Published September 1979 — Download PDF of the original newspaper column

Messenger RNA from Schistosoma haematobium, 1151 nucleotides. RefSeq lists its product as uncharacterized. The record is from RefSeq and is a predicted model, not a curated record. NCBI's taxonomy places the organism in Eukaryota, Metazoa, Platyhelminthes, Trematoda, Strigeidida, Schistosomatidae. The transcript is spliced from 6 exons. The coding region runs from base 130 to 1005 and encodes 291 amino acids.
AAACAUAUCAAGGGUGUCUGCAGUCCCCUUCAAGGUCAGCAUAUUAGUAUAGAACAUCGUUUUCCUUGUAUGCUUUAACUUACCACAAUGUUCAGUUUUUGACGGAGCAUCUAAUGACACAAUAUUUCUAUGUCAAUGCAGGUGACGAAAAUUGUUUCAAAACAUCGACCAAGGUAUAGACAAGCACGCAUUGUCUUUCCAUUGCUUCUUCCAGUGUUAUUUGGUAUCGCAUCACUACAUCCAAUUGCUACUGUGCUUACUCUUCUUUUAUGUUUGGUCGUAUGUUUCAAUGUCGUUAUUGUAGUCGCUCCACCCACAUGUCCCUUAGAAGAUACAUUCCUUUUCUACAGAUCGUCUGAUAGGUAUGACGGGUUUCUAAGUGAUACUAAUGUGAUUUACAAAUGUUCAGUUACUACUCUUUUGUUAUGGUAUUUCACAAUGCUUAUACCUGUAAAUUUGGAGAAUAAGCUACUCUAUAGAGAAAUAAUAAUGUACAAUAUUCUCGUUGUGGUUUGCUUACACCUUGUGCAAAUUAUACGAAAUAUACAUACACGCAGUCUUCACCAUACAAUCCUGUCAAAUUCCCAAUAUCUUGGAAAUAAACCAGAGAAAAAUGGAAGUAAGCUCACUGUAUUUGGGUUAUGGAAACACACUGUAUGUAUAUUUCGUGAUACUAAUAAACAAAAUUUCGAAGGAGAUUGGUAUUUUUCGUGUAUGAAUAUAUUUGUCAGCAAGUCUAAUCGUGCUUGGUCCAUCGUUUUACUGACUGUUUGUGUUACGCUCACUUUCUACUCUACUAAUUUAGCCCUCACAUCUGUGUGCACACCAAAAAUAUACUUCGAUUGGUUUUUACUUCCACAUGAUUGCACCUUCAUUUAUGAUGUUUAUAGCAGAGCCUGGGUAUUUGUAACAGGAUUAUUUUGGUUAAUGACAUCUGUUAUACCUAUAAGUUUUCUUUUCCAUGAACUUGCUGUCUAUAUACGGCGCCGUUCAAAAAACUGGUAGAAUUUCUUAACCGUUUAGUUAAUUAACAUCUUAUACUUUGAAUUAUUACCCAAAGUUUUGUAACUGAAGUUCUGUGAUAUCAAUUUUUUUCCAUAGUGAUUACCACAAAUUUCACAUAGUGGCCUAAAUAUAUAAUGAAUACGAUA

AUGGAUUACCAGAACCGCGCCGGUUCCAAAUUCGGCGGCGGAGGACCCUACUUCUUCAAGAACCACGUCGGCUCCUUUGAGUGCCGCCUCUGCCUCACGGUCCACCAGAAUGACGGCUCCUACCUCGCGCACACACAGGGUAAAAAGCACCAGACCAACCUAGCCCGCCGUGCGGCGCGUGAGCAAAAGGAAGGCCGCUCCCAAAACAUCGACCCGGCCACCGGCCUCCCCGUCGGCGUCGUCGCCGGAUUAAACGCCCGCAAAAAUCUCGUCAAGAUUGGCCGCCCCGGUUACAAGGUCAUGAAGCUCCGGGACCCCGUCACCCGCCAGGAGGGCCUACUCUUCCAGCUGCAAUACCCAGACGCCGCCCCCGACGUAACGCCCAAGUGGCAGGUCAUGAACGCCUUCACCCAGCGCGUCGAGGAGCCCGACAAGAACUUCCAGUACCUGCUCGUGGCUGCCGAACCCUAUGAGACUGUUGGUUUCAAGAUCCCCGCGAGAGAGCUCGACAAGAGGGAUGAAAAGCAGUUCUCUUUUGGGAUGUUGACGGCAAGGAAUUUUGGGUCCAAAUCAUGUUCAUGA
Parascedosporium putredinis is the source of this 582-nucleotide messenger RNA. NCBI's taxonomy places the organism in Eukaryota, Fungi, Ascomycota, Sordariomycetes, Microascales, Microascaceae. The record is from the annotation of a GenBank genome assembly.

Byrd's-Eye View By U.S. Senator Robert C. Byrd Update on Congress More than half of the first session of the 96th Congress is over, so it is appropriate to take a close look at the Senate's accomplishments. The first matter the Senate disposed of is often overlooked, although it is important. In February, the Senate agreed to a 100-hour limit on debating time after cloture has been invoked. This rule change ended the so-called post-cloture filibuster, which prolonged debate unnecessarily. This Congress, following a course set in the 95th Congress, has also reflected the public's desire for limited federal spending and reduced government regulation. This year, the Congress reduced the Federal deficit by $21 billion. In setting fiscal 1980 budget levels, the Congress cut the President's budget request by $12.4 billion and the projected deficit by $17.6 billion. On energy issues, Congress approved the President's standby emergency building temperature restrictions of 78 degrees for cooling and 65 degrees for heating for most commercial, industrial and nonresidential public buildings. The Senate also gave the President emergency authority to authorize state governors to submit for approval their own plans for energy conservation in their states. The President's modified standby gasoline rationing plan was approved by the Senate, but defeated in the House. Safety precautions were tightened at nuclear plants, in the wake of the Three Mile Island accident. Legislation was enacted approving and implementing the largest single trade bill in U.S. history-the multilateral trade agreements negotiated in Geneva, which reduce literally thousands of tariff and nontariff barriers to free trade. In the health field the Senate extended and amended five health programs dealing with alcohol abuse and alcoholism prevention, drug abuse and treatment, emergency medical services, health planning and nurse training. The Senate also passed two bills to improve health care for veterans, and to make benefits more equitable. On international matters, the Senate debated and expressed its will regarding economic sanctions against Rhodesia, aid to Turkey, the MX missile, and clarification of unofficial U.S. relations with Taiwan. The Senate has also passed 58 of the 67 authorization bills, necessary to keep programs operating. Six of the regular 1980 appropriations bills have also been approved. This represents but a portion of the work that has occupied the Senate so far. The Senate still faces many important issues, including enactment of a windfall profits tax, approval of a government-backed synthetic fuels program, a gas-rationing program, and debate on the Strategic Arms Limitation Treaty.